Grantees "are the ones doing the on-the-ground work," Mr. Beaudet says. "If we have high-quality, long-term, trust-based relationships with grantees, we believe that we’ll have better knowledge around which we can make smart investments in their organizational and programmatic capacity, helping them to more efficiently and effectively achieve their outcomes."
This approach has influenced the foundation’s structure and its staff number. Wilburforce staff has fewer active grants per program officer than the median foundation in our comparative data set of several hundred, and those program officers have responsibility for fewer dollars. So, while the foundation may not be "lean" by those measures, it is clear that its staff’s work is making a difference to grantees.
To note that Wilburforce’s model works is not to suggest that it is superior to others. Nor is it to deny that there are some foundations that do, indeed, too closely resemble the caricatures drawn by Mr. Callahan and Mr. Parker. (I’ve seen them up close.) But it is to make the point that foundations need staff to do certain things well.
We know this. Our analysis of the provision of assistance to nonprofits beyond grants has shown that foundation staff members with fewer active relationships with grantees provide more of the most useful patterns of assistance beyond the grant. Those with too many relationships to manage — those whose foundations are too lean — are unable to do so.
We reported those results back in 2008, but recently replicated them with our now much-larger data set of surveys of tens of thousands of grantees of nearly 300 foundations.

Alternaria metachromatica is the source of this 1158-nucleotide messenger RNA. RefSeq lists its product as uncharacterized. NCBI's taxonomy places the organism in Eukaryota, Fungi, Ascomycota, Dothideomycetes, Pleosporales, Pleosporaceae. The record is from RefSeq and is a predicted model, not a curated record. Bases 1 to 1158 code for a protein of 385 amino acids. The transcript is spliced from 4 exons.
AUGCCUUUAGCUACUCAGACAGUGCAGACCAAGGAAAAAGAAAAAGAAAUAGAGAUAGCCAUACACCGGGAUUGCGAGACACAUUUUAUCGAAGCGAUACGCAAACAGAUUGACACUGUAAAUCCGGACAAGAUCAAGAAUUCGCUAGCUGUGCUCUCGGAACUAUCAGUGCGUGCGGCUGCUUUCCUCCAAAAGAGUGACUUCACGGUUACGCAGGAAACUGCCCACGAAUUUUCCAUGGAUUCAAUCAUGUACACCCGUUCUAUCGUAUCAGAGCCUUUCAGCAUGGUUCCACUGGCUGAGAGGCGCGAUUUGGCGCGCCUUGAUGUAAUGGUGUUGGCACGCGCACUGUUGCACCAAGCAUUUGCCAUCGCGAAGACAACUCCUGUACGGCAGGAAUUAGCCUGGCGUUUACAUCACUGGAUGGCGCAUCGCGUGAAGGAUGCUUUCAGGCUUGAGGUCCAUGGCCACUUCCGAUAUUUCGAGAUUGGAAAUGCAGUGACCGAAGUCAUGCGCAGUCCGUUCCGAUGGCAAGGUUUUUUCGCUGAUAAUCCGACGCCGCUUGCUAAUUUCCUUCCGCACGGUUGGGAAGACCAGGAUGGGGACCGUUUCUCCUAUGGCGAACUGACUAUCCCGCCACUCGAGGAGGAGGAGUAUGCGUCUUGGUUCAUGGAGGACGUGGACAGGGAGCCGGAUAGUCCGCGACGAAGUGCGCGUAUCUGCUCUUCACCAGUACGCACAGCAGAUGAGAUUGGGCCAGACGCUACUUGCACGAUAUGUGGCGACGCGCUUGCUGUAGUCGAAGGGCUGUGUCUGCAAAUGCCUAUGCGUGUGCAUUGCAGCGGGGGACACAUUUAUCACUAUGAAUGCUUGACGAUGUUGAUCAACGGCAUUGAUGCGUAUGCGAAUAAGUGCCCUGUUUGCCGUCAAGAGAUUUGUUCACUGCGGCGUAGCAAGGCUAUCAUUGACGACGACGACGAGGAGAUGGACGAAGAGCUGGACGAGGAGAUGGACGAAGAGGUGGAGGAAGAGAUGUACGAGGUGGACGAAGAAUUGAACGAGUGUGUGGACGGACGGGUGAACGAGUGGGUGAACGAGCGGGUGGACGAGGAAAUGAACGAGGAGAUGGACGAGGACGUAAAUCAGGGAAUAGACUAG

It’s not just numbers that matter, of course. It’s the quality of a foundation’s staff. Ask nonprofits what matters most in their relationships with foundations and they’ll almost certainly tell you it’s all about the program officers. In analyzing our data on grantee perceptions of foundations, we have seen this powerfully corroborated by the data. On many aspects of the grantee experience, there is more variation explained statistically by the answer to the question "Which program officer was your primary contact?" than to "Which foundation funded you?"
We also know that what happens within a foundation’s walls doesn’t stay inside those walls; it is correlated with grantee experience. In an analysis of contemporaneously gathered staff and grantee perceptions at 29 foundations, my colleagues at the center found a relationship between staff climate and culture and the grantee experience. Our analysis demonstrates that it isn’t just the number of staff members that matter or the performance of individuals but also the overall culture and climate.
Today, it’s almost de rigueur to declare that any institution or model that has existed for more than five minutes will be "disrupted." It’s definitely a good way to get some attention.
But like rumors of Mark Twain’s death, the reports of the demise of big foundations may be exaggerated.
Phil Buchanan is president of the Center for Effective Philanthropy and a regular columnist for The Chronicle. This column is adapted from a series of posts he wrote for the center’s blog.